The social impact of disruptive technology

Steve Wheeler, Associate Professor of Learning Technology at the University of Plymouth, will give a public keynote on February 2 at the LEARNTEC Bildungsforum, in Karlsruhe, Germany. Being a self-declared 'disruptive activist', the subject of his speech 'The Future of Web 2.0 Technologies in Learning' is very close to the core of his professional interests and endeavours. In the following interview he talks about the necessity of harnessing the potential of Web 2.0 for education and training.

Prof. Wheeler, which technologies do you consider "disruptive” and what has Web 2.0 to do with it?

Disruptive technologies are game-changers, they fundamentally change the manner in which things are done. Let me give you the example of digital photography: Today there are only a few places left where you can buy non-digital cameras. There is hardly any need for them. The same can be applied to Web 2.0. Just take Wikipedia: Technically it is a collaborative work space for creating content. In fact it has thoroughly overturned the idea that you need to consult a printed encyclopedia to get expert information. If you find a mistake, you can instantly correct it yourself, you do not have to wait for the publishing house to decide on an updated next version. The internet has literally changed our lives.

Why do you think it still necessary to push for further change and to pursue "disruptive activism”?

We have to realize that the way teaching is conducted in many schools and universities is actually outdated. It no longer applies to the current world of young people and does not answer to the needs of society anymore. But change does not happen by itself. I am very much interested in learning psychology, in the way people behave, how they perceive technology and how they use it in teaching and learning, and I have learnt from my research that there are and always will be many people who are resistant to change or reticent about it, because disruptive technologies challenge their social and professional roles. This is also my personal experience, from the very first time I used computers to train nurses in hospitals in 1986.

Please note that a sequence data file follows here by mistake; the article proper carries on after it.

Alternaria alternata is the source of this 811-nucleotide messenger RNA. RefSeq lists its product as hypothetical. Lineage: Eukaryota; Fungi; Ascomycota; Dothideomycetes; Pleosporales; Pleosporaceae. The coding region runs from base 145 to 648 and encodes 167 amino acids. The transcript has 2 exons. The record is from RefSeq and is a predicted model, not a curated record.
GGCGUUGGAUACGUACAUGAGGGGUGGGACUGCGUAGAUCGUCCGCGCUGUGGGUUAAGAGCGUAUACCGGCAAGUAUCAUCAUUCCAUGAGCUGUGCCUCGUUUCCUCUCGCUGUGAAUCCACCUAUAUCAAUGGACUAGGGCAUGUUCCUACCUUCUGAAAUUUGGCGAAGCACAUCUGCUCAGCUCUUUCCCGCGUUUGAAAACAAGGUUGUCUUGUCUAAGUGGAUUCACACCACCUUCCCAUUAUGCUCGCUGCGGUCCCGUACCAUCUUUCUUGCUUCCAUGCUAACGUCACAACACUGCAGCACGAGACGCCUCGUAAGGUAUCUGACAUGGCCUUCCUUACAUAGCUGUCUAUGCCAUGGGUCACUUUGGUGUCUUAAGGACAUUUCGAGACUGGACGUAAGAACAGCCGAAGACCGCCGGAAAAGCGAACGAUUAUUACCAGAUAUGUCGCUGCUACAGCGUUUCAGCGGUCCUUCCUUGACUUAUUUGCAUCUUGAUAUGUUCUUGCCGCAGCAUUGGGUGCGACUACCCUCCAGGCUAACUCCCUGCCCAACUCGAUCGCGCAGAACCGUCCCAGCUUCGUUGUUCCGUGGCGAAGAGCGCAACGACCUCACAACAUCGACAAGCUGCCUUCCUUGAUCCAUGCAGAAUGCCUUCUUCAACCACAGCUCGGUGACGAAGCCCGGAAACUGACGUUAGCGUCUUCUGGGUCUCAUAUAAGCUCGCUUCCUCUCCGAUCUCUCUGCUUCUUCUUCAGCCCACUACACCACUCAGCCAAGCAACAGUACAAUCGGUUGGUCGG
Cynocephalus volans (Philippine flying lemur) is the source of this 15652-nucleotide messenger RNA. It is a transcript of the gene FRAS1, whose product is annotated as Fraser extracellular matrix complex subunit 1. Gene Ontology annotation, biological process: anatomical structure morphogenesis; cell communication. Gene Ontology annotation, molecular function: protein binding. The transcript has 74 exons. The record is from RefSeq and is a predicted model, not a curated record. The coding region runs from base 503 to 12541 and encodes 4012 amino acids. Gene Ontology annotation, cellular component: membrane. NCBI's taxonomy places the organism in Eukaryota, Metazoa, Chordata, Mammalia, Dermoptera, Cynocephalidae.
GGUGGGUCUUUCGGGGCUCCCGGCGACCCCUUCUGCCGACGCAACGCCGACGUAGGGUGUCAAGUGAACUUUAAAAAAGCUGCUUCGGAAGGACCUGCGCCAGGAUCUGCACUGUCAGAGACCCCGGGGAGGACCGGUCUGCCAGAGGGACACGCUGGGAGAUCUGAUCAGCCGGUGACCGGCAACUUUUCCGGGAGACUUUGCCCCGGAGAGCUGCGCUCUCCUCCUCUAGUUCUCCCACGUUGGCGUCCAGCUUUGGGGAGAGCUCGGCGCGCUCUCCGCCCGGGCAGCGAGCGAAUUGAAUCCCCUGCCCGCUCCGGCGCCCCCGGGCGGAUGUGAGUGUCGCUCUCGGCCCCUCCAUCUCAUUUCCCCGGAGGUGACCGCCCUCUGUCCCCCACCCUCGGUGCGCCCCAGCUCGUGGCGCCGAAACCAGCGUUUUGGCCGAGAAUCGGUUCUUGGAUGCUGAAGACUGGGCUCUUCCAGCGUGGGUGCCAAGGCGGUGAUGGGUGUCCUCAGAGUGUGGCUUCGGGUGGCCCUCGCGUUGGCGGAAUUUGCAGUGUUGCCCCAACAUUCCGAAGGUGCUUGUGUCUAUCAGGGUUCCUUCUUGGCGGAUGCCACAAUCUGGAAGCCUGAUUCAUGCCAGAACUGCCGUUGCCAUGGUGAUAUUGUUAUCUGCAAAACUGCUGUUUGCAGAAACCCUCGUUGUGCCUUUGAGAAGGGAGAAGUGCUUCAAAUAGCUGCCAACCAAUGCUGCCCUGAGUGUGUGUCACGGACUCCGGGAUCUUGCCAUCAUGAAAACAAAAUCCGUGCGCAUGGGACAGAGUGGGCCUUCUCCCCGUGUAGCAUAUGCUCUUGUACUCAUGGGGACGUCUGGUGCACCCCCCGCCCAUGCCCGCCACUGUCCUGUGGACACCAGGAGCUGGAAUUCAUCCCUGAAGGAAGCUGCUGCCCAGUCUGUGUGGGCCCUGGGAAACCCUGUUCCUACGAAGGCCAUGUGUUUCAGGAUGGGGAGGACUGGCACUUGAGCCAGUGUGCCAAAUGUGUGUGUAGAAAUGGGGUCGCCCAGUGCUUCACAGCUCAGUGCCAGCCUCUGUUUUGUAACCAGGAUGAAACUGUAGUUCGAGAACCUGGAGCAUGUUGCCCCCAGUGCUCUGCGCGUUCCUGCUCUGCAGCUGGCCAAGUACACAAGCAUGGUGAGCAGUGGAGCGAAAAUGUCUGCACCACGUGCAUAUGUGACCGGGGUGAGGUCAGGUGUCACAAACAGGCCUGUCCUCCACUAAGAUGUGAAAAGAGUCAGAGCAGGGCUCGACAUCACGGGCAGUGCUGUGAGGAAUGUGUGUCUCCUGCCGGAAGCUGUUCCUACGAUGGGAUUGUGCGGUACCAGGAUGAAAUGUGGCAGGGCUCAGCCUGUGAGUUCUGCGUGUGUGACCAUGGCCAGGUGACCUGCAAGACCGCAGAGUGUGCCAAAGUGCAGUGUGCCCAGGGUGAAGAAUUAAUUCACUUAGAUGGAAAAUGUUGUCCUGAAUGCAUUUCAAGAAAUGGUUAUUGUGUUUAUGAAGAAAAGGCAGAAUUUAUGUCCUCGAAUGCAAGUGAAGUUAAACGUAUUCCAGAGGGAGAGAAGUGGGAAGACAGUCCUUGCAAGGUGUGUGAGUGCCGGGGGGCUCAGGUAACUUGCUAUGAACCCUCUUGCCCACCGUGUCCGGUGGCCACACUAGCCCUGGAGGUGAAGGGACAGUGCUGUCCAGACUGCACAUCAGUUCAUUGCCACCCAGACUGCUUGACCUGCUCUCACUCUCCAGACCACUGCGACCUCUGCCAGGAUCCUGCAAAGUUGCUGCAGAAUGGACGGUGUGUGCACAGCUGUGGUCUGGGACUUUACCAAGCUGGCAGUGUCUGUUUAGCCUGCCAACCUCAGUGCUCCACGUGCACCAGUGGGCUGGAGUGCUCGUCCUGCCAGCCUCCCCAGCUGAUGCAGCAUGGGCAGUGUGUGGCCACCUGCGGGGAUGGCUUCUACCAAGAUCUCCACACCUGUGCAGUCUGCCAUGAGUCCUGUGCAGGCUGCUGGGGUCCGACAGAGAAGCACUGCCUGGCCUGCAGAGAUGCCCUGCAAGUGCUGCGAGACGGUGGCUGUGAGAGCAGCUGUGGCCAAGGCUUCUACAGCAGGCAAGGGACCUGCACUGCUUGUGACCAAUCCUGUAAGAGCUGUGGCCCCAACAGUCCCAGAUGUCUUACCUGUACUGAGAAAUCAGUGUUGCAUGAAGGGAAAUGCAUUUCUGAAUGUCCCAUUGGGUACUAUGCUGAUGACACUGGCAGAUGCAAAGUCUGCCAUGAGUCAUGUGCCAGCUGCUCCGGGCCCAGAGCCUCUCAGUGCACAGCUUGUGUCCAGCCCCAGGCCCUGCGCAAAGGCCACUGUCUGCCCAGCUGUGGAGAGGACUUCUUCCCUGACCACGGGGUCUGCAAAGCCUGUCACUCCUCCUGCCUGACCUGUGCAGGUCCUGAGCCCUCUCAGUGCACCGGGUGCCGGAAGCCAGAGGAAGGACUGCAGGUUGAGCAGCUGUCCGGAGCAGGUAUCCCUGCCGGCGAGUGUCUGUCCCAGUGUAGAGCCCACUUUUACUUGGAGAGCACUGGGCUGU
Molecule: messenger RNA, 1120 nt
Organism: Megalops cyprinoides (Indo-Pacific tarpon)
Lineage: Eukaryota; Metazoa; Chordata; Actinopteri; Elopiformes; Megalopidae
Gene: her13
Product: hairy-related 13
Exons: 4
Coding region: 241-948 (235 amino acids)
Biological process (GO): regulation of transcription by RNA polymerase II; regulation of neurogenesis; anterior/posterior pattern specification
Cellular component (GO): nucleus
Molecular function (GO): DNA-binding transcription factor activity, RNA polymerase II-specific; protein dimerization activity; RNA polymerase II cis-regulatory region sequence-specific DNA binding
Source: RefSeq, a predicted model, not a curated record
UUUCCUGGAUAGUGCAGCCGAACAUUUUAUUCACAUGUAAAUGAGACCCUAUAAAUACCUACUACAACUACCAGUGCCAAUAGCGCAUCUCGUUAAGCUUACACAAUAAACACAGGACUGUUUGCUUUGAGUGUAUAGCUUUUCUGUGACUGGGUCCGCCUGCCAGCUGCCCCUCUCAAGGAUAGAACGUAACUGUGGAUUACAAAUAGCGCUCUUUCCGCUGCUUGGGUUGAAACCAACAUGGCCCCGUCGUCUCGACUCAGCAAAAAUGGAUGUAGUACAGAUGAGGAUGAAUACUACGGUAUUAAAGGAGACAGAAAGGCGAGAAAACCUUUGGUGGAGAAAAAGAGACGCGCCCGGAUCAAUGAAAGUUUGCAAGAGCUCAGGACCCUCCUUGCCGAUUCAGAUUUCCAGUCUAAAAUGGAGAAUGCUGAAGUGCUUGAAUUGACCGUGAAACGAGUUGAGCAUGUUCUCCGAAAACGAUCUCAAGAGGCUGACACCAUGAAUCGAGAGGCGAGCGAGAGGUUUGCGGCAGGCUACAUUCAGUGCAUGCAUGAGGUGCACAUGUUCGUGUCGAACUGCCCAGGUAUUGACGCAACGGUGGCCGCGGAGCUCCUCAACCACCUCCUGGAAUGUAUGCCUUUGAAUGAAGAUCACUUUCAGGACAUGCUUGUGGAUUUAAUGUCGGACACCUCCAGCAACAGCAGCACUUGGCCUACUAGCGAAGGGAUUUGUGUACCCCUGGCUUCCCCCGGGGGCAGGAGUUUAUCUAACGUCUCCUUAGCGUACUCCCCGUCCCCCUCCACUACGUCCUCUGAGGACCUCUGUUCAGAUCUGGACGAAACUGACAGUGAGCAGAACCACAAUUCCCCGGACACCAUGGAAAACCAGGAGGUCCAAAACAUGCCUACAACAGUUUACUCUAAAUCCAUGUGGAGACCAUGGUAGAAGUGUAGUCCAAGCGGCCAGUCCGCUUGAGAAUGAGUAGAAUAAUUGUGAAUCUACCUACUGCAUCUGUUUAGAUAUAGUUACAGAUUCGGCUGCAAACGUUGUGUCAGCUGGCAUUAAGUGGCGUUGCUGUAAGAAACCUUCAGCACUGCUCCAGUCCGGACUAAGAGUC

There are around 7.000 authors for the German Wikipedia edition. Do you think this has a big social impact?

The basic idea behind Wikipedia is that everybody can be an editor and a commentator. This idea sways the balance of power between experts and non-experts, between teachers and students everywhere, because it rejects the privileged role of former knowledge mediators and contradicts the traditional idea that knowledge can only be generated by certified experts. People who take an interest in a certain subject are able to generate knowledge about it - and consider themselves capable of doing so.

Are these changes mostly discernible for internet researchers like you or do you think the people involved - teachers and students - are also aware of them?

The reactions are different. There are many who embrace these changes, probably more in the educational and academic sector than in corporate training. But there are also ostriches that put their heads in the sand and don’t want to see what happens around them. Others don’t accept the idea that students have the same status as lecturers. They don’t like Wikipedia to be referenced (in academic assignments) because they don’t trust anything which has not been formally peer-reviewed. Of course, what I write on my blog is not institutionally checked, which is different to a publication in a scientific journal which may go through two blind peer reviews. But in fact my readership reviews and comments on what I write, and this in a way is more valuable to me than a formal review. There is more immediacy to it and there is a personal bond between me and my readers. Wikipedia and weblogs were two of the most important applications of Web 2.0, when Tim O’Reilly coined the term in 2004.